Capano founded A Men’s Issue (AMI), a student group that creates opportunities for discussion about masculinity and what it means to be a male in a society where sexual violence is prevalent. A recognized student group since 2004, AMI provides a safe place for self-reflection and dialogue, and a forum for exploring options and developing skills to make healthy, intentional choices. Capano established the group and served as president during his senior year. He now serves as a co-mentor to the men who are now part of the group, which has extended its educational outreach to the Syracuse community by giving violence prevention workshops in local high schools.
In the Spring 2008 semester, Capano led AMI in a process of discussion and gathering of input from students, faculty and staff about the reorganization of the R.A.P.E. Center within the Division of Student Affairs. The division later reinstituted the previous R.A.P.E. Center structure. Capano acknowledges his fellow AMI members for their hard work and commitment. “None of the things AMI has done would have happened without them,” he says.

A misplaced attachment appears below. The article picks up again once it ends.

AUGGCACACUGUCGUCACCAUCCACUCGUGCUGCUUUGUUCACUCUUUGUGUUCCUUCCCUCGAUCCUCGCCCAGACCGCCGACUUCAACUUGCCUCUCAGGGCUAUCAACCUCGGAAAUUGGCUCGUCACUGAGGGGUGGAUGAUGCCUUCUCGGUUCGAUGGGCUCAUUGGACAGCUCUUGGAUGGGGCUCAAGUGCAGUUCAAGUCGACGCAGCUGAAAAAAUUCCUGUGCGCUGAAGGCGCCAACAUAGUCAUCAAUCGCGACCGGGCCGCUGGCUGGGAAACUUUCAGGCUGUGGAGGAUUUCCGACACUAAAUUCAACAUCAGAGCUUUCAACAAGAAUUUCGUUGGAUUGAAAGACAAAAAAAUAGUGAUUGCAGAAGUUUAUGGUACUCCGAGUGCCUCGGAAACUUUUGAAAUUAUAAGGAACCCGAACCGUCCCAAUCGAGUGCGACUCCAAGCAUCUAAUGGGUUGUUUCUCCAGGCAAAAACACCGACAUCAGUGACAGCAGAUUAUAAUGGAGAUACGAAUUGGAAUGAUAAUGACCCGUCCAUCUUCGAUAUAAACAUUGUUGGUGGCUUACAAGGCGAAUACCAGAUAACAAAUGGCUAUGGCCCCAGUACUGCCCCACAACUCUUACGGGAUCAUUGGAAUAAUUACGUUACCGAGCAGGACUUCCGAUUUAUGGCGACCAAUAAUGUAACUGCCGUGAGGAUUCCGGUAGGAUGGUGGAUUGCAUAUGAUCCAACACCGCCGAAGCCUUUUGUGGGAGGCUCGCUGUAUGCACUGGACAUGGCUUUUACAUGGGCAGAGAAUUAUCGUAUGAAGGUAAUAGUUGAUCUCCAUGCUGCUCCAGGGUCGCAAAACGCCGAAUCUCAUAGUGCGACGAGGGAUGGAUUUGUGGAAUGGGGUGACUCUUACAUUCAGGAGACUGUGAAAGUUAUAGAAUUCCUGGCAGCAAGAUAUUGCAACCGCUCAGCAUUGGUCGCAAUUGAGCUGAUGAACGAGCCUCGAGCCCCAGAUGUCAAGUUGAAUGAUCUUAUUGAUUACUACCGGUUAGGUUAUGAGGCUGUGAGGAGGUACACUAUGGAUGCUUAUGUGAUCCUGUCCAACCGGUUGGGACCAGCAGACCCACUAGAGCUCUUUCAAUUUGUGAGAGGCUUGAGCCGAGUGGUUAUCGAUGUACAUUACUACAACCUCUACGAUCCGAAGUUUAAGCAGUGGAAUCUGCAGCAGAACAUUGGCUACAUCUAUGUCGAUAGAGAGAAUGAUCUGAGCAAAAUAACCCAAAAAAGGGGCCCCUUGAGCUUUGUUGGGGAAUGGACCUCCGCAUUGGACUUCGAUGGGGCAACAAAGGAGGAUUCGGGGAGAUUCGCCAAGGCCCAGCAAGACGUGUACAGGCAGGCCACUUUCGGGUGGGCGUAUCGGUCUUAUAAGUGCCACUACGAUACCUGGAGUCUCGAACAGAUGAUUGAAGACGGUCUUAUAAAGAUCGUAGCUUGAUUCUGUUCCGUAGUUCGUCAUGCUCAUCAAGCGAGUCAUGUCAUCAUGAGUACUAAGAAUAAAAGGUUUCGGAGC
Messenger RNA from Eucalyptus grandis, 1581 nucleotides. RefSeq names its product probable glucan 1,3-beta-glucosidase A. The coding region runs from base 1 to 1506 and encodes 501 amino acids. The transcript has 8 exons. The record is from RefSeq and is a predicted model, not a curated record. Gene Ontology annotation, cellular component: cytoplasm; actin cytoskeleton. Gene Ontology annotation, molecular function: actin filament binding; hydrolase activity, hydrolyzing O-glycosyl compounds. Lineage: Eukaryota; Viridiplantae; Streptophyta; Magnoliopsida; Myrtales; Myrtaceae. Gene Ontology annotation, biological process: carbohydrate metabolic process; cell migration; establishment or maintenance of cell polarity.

Capano has also gone on two winter break trips to New Orleans-in 2006 and 2008-to help in recovery/rebuilding efforts after Hurricane Katrina, and a May 2008 trip to Botswana with Hendricks Chapel to help build a school for children orphaned by AIDS. On each trip, Capano did more than just rebuild-he worked to connect with the persons affected.
After his first mission trip to the Dominican Republic, Denby trained with World Servants, Inc., to become a volunteer mission leader and has since organized or assisted in organizing annual service-based trips for his congregation, the First Baptist Church of Syracuse, and other faith-based communities. World Servants is a not-for-profit organization that works with church-based mission teams on projects in impoverished communities, both nationally and internationally.
Denby has spearheaded two more trips to the Dominican Republic to expand on the work that began in 1999; a trip to the Navajo Nation in Arizona to help rebuild homes; and several trips to Kamanzi, Kenya, the home village of former church member and SU alumnus Patrick Kimani.
Working in partnership with SU Professor Joanna Masingila, the mission trips to Kamanzi have led to an ongoing relationship among Denby’s congregation, the village and the Iia-Itune African Brotherhood Church. As a result, much work has been accomplished, including building a new school, library and kitchen and establishing a teacher-training program.